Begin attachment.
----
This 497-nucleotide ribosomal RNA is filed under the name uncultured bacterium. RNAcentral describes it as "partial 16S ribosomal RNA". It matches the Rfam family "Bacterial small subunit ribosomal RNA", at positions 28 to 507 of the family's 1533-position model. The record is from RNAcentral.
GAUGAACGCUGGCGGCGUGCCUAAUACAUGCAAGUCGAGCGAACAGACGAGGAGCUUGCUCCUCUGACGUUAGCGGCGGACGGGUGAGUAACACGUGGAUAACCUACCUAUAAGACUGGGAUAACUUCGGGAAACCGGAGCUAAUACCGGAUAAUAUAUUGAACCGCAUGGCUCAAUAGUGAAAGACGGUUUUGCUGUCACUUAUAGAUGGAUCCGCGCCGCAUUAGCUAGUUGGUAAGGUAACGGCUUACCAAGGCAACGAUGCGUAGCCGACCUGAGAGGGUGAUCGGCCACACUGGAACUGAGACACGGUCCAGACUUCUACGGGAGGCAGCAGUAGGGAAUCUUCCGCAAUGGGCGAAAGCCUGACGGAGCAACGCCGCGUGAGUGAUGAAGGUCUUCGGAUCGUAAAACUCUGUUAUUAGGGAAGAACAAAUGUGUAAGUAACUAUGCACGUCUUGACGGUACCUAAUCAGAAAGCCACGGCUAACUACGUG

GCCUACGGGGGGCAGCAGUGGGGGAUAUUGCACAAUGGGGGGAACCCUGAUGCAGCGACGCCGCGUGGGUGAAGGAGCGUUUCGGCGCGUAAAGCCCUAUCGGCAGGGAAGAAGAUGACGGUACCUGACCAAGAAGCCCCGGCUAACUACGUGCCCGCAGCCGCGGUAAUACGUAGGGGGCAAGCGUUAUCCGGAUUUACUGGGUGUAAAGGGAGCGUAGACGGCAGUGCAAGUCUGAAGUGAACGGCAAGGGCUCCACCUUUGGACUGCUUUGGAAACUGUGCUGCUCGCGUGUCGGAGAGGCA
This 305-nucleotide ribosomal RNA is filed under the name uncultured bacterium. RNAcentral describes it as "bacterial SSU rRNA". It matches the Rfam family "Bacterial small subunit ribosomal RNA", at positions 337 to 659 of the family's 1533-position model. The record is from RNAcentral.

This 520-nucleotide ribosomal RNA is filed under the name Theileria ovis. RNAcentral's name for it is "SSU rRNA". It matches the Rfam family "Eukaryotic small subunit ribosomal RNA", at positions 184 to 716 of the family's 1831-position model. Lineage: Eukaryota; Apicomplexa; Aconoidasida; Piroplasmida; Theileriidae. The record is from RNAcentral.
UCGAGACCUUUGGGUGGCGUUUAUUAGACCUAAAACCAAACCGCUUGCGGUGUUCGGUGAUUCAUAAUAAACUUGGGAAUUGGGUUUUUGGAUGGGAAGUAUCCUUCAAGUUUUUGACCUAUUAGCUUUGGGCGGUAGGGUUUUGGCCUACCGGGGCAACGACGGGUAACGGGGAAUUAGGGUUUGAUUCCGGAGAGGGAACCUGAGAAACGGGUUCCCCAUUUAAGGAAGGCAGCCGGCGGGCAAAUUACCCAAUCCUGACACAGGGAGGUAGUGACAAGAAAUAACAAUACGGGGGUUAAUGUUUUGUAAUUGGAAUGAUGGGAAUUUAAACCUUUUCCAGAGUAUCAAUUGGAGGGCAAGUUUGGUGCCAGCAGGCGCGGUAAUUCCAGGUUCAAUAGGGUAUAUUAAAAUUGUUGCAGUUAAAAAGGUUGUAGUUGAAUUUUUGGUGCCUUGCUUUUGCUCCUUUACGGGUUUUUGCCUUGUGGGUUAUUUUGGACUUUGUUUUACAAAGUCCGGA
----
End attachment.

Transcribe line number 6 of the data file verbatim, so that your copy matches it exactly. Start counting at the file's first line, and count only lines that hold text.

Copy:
UCGAGACCUUUGGGUGGCGUUUAUUAGACCUAAAACCAAACCGCUUGCGGUGUUCGGUGAUUCAUAAUAAACUUGGGAAUUGGGUUUUUGGAUGGGAAGUAUCCUUCAAGUUUUUGACCUAUUAGCUUUGGGCGGUAGGGUUUUGGCCUACCGGGGCAACGACGGGUAACGGGGAAUUAGGGUUUGAUUCCGGAGAGGGAACCUGAGAAACGGGUUCCCCAUUUAAGGAAGGCAGCCGGCGGGCAAAUUACCCAAUCCUGACACAGGGAGGUAGUGACAAGAAAUAACAAUACGGGGGUUAAUGUUUUGUAAUUGGAAUGAUGGGAAUUUAAACCUUUUCCAGAGUAUCAAUUGGAGGGCAAGUUUGGUGCCAGCAGGCGCGGUAAUUCCAGGUUCAAUAGGGUAUAUUAAAAUUGUUGCAGUUAAAAAGGUUGUAGUUGAAUUUUUGGUGCCUUGCUUUUGCUCCUUUACGGGUUUUUGCCUUGUGGGUUAUUUUGGACUUUGUUUUACAAAGUCCGGA